White House chief of staff Denis McDonough, second from left, sits across the table from Reince Priebus, third from left, during a meeting in his office last Friday with all the living former chiefs of staff. Clockwise, from left are, Joshua Bolten, McDonough, John Podesta, Jack Watson, Pete Rouse, Andrew Card, Bill Daley, Samuel Skinner, Priebus and Rahm Emanuel. (Susan Walsh/AP)


-- Reince Priebus said on Fox that the president-elect will accept allegations against Russia if there is a unified front across the intelligence community and the FBI: The president-elect “would accept the conclusion if these intelligence professionals would get together, put out a report, show the American people that they are actually on the same page,” the incoming White House chief of staff said on “Fox News Sunday.”

-- Meanwhile, on CBS, senior Trump adviser Kellyanne Conway said any suggestion of Russian meddling is “nonsense." “The entire nonsense about the electors trying to use the Russian hacking issue to change the election results is really unfortunate,” she said on “Face the Nation.” “I think that actually undermines our democracy more than any other conversation that we’re having right now.” (Amy B Wang)

-- In case you missed it: FBI Director James Comey and Director of National Intelligence James Clapper Jr. are now formally in agreement with the CIA’s assessment that Russia intervened in the presidential election in part to help Trump. The revelations about Comey’s position, first reported on Friday, could put to rest suggestions that both intelligence agencies were not on the same page regarding Putin’s intentions. (Adam Entous and Ellen Nakashima)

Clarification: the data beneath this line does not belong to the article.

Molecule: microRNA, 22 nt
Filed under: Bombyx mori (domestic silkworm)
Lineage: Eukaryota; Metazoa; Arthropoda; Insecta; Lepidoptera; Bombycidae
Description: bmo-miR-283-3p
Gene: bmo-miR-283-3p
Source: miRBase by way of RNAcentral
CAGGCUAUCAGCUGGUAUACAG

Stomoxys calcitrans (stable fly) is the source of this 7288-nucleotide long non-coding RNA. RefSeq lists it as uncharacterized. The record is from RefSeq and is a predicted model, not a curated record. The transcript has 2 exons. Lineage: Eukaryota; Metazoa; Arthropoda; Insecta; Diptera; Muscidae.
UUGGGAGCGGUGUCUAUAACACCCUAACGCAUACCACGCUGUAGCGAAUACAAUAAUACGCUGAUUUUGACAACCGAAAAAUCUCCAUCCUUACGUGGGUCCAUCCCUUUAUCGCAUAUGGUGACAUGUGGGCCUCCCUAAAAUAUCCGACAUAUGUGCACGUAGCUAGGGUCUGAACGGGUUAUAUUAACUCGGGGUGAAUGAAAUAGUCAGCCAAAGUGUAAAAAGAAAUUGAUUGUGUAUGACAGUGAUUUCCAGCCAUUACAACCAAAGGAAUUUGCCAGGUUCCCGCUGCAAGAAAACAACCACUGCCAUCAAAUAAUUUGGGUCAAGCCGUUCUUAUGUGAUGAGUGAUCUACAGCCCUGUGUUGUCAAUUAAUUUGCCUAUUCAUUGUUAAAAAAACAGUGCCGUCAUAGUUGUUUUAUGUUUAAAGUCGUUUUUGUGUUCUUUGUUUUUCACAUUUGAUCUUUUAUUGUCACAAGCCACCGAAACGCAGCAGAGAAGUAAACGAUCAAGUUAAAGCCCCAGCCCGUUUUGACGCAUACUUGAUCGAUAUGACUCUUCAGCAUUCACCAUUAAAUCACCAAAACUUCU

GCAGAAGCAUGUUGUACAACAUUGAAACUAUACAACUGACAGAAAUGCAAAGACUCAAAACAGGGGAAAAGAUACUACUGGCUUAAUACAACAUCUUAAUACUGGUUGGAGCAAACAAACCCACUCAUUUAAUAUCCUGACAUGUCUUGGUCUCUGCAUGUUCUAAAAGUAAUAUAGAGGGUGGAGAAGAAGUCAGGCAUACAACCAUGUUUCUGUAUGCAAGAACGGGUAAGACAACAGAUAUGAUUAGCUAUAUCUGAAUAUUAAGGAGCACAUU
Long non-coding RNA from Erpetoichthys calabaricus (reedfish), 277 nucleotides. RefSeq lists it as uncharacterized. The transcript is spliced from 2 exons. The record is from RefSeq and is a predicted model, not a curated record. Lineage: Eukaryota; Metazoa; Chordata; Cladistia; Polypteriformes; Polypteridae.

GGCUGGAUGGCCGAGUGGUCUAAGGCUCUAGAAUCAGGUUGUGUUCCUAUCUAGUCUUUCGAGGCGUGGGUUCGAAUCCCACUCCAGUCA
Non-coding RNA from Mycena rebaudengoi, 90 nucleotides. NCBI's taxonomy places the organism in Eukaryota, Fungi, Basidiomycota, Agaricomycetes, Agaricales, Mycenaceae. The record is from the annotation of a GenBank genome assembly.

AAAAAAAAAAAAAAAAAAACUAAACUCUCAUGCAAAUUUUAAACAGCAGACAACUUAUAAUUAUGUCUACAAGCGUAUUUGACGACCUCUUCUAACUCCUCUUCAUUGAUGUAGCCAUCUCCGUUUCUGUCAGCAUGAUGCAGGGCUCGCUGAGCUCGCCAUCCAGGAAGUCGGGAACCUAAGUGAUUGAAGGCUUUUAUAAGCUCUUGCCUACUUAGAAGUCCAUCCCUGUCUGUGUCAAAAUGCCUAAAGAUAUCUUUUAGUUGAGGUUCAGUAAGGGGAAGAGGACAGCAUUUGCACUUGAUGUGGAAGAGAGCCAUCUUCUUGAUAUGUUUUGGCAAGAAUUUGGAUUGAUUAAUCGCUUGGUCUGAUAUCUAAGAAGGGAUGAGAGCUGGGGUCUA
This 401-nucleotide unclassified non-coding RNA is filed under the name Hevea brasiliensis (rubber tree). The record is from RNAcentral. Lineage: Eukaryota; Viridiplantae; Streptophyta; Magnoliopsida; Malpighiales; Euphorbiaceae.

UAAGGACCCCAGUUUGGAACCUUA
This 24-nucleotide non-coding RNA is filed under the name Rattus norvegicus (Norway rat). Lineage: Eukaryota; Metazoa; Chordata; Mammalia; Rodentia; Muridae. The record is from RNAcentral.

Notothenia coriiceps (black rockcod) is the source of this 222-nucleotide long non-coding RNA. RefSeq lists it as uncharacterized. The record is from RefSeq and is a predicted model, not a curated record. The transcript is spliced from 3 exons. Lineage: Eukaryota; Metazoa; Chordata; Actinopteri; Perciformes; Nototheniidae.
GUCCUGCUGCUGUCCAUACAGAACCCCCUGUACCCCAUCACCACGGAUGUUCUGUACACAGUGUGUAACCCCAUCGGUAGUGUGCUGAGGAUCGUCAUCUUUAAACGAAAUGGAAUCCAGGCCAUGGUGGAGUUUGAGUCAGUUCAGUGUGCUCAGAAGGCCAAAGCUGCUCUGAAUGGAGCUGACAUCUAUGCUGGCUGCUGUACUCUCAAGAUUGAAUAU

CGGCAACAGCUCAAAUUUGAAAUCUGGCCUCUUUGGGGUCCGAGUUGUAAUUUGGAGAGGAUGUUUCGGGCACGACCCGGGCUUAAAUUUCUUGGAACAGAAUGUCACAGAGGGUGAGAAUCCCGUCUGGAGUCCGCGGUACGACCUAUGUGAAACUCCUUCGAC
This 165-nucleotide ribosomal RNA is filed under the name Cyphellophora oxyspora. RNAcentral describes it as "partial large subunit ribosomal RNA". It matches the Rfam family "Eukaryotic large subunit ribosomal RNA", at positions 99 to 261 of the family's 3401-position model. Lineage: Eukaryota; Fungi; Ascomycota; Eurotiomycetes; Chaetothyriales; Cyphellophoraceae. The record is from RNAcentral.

-- But former Defense Secretary Bob Gates said Sunday that he still is not convinced that Russians were trying to specifically help Trump in the election, but he said their involvement in the operation seems “undeniable.” “Maybe part of the problem was that it took the intelligence community a while to assemble really firm evidence of Russian involvement and Russian government involvement that delayed a response,” he said on NBC. “Attribution is a challenge, but it seems pretty clear to me that they have developed really reliable information that the Russian government was involved.” (WSJ)

Vladimir Putin and Rex Tillerson re-connect at a Black Sea port in 2012. (Mikhail Klimentyev/AFP/Getty Images)

-- Secretary of state nominee Rex Tillerson was the longtime director of a U.S.-Russian oil firm based in the Bahamas, according to the Guardian’s Luke Harding and Hannes Munzinger: “Tillerson … became a director of the oil company’s Russian subsidiary, Exxon Neftegas, in 1998. His name – RW Tillerson – appears next to other officers who are based at Houston, Texas; Moscow; and Sakhalin, in Russia’s far east. Though there is nothing untoward about this directorship, it has not been reported before and is likely to raise fresh questions over Tillerson’s relationship with Russia ahead of a potentially stormy confirmation hearing … Exxon said on Sunday that Tillerson was no longer a director after becoming the company’s CEO in 2006. This new revelation about Tillerson’s directorship [also] sheds light on the use by multinational companies of contrived offshore structures, now under scrutiny following April’s massive Panama Papers leak.”